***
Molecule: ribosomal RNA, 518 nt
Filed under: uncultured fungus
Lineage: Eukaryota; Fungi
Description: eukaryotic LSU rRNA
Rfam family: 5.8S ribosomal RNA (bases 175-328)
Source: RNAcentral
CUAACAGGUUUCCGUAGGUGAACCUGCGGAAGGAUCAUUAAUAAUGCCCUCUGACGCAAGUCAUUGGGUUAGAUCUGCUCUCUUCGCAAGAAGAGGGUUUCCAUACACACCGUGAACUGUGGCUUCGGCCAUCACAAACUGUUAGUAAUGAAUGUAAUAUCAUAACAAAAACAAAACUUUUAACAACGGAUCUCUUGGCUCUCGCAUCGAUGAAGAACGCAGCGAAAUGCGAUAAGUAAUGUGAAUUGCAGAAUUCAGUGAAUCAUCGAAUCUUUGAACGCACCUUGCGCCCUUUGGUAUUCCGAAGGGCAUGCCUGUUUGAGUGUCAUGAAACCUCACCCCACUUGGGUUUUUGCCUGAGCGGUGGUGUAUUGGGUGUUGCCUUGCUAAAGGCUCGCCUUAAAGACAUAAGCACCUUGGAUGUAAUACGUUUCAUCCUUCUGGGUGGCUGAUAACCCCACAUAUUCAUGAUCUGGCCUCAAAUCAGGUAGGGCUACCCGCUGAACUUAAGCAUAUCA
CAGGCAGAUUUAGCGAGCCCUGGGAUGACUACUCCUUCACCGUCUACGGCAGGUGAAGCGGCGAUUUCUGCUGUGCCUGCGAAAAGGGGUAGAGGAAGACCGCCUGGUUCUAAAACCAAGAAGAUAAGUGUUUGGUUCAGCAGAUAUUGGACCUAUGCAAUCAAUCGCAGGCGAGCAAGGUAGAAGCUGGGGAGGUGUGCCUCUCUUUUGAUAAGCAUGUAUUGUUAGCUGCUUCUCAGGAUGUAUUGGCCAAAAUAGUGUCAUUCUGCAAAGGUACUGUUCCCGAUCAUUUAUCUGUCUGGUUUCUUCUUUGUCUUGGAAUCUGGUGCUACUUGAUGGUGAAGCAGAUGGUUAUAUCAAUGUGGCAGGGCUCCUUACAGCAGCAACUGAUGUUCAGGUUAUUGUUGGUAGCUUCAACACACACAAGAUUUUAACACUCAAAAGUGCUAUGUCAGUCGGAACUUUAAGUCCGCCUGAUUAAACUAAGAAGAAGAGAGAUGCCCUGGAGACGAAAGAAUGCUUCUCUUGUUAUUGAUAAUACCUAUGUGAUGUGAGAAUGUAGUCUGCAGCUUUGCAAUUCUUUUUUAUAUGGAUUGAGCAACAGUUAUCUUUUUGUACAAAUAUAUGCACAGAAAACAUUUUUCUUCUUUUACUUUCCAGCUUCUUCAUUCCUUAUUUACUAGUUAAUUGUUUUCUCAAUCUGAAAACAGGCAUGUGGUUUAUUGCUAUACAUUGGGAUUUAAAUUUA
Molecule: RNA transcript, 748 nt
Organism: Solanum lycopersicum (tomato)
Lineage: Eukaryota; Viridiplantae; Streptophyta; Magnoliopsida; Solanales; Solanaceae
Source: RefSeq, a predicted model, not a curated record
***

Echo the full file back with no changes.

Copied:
Molecule: ribosomal RNA, 518 nt
Filed under: uncultured fungus
Lineage: Eukaryota; Fungi
Description: eukaryotic LSU rRNA
Rfam family: 5.8S ribosomal RNA (bases 175-328)
Source: RNAcentral
CUAACAGGUUUCCGUAGGUGAACCUGCGGAAGGAUCAUUAAUAAUGCCCUCUGACGCAAGUCAUUGGGUUAGAUCUGCUCUCUUCGCAAGAAGAGGGUUUCCAUACACACCGUGAACUGUGGCUUCGGCCAUCACAAACUGUUAGUAAUGAAUGUAAUAUCAUAACAAAAACAAAACUUUUAACAACGGAUCUCUUGGCUCUCGCAUCGAUGAAGAACGCAGCGAAAUGCGAUAAGUAAUGUGAAUUGCAGAAUUCAGUGAAUCAUCGAAUCUUUGAACGCACCUUGCGCCCUUUGGUAUUCCGAAGGGCAUGCCUGUUUGAGUGUCAUGAAACCUCACCCCACUUGGGUUUUUGCCUGAGCGGUGGUGUAUUGGGUGUUGCCUUGCUAAAGGCUCGCCUUAAAGACAUAAGCACCUUGGAUGUAAUACGUUUCAUCCUUCUGGGUGGCUGAUAACCCCACAUAUUCAUGAUCUGGCCUCAAAUCAGGUAGGGCUACCCGCUGAACUUAAGCAUAUCA
CAGGCAGAUUUAGCGAGCCCUGGGAUGACUACUCCUUCACCGUCUACGGCAGGUGAAGCGGCGAUUUCUGCUGUGCCUGCGAAAAGGGGUAGAGGAAGACCGCCUGGUUCUAAAACCAAGAAGAUAAGUGUUUGGUUCAGCAGAUAUUGGACCUAUGCAAUCAAUCGCAGGCGAGCAAGGUAGAAGCUGGGGAGGUGUGCCUCUCUUUUGAUAAGCAUGUAUUGUUAGCUGCUUCUCAGGAUGUAUUGGCCAAAAUAGUGUCAUUCUGCAAAGGUACUGUUCCCGAUCAUUUAUCUGUCUGGUUUCUUCUUUGUCUUGGAAUCUGGUGCUACUUGAUGGUGAAGCAGAUGGUUAUAUCAAUGUGGCAGGGCUCCUUACAGCAGCAACUGAUGUUCAGGUUAUUGUUGGUAGCUUCAACACACACAAGAUUUUAACACUCAAAAGUGCUAUGUCAGUCGGAACUUUAAGUCCGCCUGAUUAAACUAAGAAGAAGAGAGAUGCCCUGGAGACGAAAGAAUGCUUCUCUUGUUAUUGAUAAUACCUAUGUGAUGUGAGAAUGUAGUCUGCAGCUUUGCAAUUCUUUUUUAUAUGGAUUGAGCAACAGUUAUCUUUUUGUACAAAUAUAUGCACAGAAAACAUUUUUCUUCUUUUACUUUCCAGCUUCUUCAUUCCUUAUUUACUAGUUAAUUGUUUUCUCAAUCUGAAAACAGGCAUGUGGUUUAUUGCUAUACAUUGGGAUUUAAAUUUA
Molecule: RNA transcript, 748 nt
Organism: Solanum lycopersicum (tomato)
Lineage: Eukaryota; Viridiplantae; Streptophyta; Magnoliopsida; Solanales; Solanaceae
Source: RefSeq, a predicted model, not a curated record